Clicker Training BASICS
1. The Clicker is NOT a TOY and should ONLY be used as a training tool!
2. The clicker takes the focus off the reward so your dog can concentrate on what he was doing at the particular moment in time that he did the correct behavior.
– The click is like a camera taking a picture of the exact behavior that you like or that you want repeated.
– A good example is training a dolphin at Sea World to jump over a pole. As the animal jumps over the pole the trainer clicks (whistles) to tell the dolphin he was correct, and then swims back to the trainer to receive his fish reward for the behavior. If the trainer just gave him the fish with no click, then the dolphin might think that having his head out of the water with his mouth open is what earned him the fish and not the jump.
3. 1 Click = 1 Reward (or more rewards if the dog does something amazing; JACKPOT)
4. What types of rewards?
– Small smelly pea sized treats that are soft and easily swallowed so you don’t have to wait until your dog finishes chewing. Be unpredictable by using at least four different kinds of treats, toys, and make use of environmental rewards (playing with dogs, sniffing bushes, etc.) when training new tricks or behaviors.
5. NEVER click the clicker next to your dogs ear, unless you have a quiet muffled clicker.
6. If you click and you did not mean to click, you still OWE your dog a reward. If you do not want that behavior to happen again, then make sure you do not click that behavior again. Practice your timing!
7. If your dog knows the behavior, they don’t need to be clicked, they already know what they are doing.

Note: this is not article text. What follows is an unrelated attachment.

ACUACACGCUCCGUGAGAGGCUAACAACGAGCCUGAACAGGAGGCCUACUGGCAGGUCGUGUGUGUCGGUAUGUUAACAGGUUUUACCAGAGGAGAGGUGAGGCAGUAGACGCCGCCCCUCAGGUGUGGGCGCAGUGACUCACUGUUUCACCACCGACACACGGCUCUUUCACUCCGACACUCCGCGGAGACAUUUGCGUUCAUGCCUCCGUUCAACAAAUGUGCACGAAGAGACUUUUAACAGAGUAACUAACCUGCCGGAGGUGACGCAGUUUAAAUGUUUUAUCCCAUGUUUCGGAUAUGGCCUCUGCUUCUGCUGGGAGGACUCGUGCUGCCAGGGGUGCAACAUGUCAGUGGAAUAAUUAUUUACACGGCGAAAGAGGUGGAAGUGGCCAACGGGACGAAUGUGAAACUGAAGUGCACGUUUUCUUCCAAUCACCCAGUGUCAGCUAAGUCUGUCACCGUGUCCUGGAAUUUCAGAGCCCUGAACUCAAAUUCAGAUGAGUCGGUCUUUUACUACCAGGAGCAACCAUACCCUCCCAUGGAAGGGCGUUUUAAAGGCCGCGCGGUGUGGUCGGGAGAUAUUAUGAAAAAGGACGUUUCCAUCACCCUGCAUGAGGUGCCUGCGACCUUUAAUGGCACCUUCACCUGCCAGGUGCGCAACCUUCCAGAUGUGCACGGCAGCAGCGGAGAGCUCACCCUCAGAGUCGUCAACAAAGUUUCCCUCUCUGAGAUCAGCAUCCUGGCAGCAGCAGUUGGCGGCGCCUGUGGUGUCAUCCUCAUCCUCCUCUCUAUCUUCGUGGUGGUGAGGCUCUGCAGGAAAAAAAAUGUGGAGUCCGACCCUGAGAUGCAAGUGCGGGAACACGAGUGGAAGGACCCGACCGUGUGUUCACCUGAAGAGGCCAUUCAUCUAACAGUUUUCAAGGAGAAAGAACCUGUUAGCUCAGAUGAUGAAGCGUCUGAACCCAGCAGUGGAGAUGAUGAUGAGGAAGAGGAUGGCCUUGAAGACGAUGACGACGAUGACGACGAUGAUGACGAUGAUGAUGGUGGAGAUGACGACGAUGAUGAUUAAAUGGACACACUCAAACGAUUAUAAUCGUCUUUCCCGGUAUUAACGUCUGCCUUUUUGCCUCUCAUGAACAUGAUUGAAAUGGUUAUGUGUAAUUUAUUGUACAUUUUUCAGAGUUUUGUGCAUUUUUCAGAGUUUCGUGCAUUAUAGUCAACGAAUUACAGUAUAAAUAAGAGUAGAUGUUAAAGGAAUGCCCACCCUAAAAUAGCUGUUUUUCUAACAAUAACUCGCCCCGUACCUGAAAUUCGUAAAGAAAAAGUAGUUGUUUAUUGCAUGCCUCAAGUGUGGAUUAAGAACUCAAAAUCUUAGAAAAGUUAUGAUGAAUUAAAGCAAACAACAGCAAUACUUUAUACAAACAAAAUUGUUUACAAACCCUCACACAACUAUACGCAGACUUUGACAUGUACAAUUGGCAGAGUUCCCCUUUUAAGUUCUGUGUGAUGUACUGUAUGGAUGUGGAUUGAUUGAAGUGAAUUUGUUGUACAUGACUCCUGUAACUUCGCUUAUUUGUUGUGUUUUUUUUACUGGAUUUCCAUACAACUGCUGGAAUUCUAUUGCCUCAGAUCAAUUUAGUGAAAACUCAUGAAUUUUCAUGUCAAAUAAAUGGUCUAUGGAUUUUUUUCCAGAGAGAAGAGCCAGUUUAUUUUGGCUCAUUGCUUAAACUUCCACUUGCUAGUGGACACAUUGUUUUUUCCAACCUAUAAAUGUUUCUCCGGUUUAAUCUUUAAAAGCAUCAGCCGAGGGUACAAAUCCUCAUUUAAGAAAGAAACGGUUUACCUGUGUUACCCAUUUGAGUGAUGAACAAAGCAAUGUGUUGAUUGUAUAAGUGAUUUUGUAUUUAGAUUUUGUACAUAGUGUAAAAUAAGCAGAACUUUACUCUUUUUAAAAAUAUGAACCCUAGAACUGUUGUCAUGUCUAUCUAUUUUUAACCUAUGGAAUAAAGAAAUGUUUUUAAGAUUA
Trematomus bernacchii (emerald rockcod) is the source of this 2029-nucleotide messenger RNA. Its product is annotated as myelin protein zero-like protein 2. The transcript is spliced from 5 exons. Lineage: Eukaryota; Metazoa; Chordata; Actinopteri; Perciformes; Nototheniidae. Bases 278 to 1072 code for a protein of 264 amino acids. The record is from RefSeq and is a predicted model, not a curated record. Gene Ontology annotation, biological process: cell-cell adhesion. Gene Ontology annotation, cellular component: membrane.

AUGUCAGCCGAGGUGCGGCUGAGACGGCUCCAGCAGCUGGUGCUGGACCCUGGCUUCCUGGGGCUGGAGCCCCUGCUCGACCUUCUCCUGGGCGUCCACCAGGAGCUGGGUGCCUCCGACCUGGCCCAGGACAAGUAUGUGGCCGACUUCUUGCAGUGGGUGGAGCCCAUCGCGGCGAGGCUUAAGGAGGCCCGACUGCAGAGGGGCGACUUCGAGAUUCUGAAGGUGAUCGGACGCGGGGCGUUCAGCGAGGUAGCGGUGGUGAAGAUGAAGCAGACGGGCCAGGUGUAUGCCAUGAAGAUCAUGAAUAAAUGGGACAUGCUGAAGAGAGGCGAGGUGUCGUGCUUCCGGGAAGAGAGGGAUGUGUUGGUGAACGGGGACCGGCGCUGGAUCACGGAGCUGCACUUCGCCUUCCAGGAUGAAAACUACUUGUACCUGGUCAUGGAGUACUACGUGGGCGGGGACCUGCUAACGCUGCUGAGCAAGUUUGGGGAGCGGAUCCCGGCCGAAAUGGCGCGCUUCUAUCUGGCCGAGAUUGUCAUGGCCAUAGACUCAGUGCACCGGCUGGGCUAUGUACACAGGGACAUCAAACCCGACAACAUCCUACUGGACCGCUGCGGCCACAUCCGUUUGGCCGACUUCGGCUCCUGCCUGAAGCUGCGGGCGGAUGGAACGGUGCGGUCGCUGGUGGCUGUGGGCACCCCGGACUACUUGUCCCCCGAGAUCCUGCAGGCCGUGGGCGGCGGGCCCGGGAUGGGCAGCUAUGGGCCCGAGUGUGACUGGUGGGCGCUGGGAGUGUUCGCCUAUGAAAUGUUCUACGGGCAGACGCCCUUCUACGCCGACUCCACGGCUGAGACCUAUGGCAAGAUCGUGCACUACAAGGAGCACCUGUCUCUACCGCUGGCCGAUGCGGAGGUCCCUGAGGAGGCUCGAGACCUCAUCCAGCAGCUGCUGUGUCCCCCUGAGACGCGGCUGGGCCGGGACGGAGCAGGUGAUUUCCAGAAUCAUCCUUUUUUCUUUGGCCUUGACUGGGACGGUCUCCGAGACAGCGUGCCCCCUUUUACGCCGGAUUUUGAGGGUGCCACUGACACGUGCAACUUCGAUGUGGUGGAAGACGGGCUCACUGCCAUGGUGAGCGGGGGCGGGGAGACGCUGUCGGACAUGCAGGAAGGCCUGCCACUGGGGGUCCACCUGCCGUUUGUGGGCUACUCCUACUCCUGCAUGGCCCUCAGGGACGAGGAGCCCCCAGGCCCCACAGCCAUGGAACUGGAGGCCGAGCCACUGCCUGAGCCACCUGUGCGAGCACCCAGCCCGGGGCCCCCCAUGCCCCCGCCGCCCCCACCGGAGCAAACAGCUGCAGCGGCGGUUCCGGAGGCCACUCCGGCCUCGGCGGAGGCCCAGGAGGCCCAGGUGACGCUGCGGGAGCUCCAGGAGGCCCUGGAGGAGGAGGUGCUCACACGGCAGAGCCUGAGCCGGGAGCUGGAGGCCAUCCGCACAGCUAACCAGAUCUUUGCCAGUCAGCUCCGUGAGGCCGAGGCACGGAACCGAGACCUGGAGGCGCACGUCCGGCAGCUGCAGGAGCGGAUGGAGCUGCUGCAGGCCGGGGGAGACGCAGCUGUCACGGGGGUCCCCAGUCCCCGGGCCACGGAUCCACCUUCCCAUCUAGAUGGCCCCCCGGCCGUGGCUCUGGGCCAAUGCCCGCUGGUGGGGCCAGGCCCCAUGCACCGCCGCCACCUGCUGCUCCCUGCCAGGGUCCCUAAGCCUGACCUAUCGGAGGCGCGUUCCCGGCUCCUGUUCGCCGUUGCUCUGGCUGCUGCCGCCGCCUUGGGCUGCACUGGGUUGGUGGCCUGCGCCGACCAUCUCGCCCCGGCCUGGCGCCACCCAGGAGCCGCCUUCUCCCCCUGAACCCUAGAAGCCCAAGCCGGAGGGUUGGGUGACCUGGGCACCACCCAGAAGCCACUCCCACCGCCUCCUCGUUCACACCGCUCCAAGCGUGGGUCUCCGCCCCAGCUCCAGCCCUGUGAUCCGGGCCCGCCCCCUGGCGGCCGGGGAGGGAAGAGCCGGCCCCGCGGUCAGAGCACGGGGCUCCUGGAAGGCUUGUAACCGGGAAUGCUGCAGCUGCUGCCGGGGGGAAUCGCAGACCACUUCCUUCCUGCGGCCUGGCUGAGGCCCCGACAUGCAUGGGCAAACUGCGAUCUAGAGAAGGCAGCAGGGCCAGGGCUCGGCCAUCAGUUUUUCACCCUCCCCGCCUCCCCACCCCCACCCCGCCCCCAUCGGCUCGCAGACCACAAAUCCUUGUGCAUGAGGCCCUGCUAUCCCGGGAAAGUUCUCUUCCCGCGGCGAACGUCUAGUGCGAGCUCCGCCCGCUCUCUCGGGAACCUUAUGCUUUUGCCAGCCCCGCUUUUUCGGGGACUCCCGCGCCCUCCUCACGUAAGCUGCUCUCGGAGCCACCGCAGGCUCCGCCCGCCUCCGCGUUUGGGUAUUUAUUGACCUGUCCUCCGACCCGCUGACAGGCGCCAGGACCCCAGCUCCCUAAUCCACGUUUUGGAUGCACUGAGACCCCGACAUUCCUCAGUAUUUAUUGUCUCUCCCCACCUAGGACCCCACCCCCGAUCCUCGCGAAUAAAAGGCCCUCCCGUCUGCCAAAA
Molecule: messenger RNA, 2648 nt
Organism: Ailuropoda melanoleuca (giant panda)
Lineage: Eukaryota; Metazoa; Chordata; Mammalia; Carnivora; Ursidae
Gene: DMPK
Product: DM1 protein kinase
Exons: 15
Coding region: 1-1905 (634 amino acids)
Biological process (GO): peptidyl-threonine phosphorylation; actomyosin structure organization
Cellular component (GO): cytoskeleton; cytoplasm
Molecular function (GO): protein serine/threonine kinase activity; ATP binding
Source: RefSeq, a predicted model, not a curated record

– Clicking your dog is only reserved for training new behaviors or adding new criteria!
8. Clicking vs. “Good Boy”
The clicker is consistent and always sounds exactly the same. It has been tested scientifically that neurons in the brain can connect faster and more easily to a tone that sounds exactly the same rather than ones voice. If you are using a clicker you are actually conditioning the dog to find the behaviors reinforcing. Also, voice carries the trainer’s emotion. People are talking all the time to their dog’s, so it is hard to make a novel sound used only for training sessions with one’s voice. It is important to condition a word that means the same thing as a click for times that you do not have a clicker, when it is too difficult to hold the clicker, or if the dog is afraid of the clickers sound. I use the word “YES” to mark behaviors and condition the word “YES”, so that the dog understands it.
9. Keep your training sessions SHORT. 2-3 minutes! Play to celebrate successes. If you spread out short sessions throughout the day, a dog will learn much faster than a long session once a day. Train during commercial breaks when watching TV.
10. Start all training in a place with few to no distractions.
Different rooms in your house with no other dogs, or animals. Eventually progress to the yard, the street, and distracting places with other dogs and people as your dog is successful. If at anytime your dog does seem distracted, do not try to work through it. Move away from the distraction until your dog is able to listen and then go back to training the behavior. Set your dog up for success and increase the level of difficulty slowly. Kids start school in kindergarten and as they learn they move up in grades. We would never expect a kid to go from kindergarten to college right away, so don’t expect your dog to either.
Have fun with your dog! A dog’s life is just too short!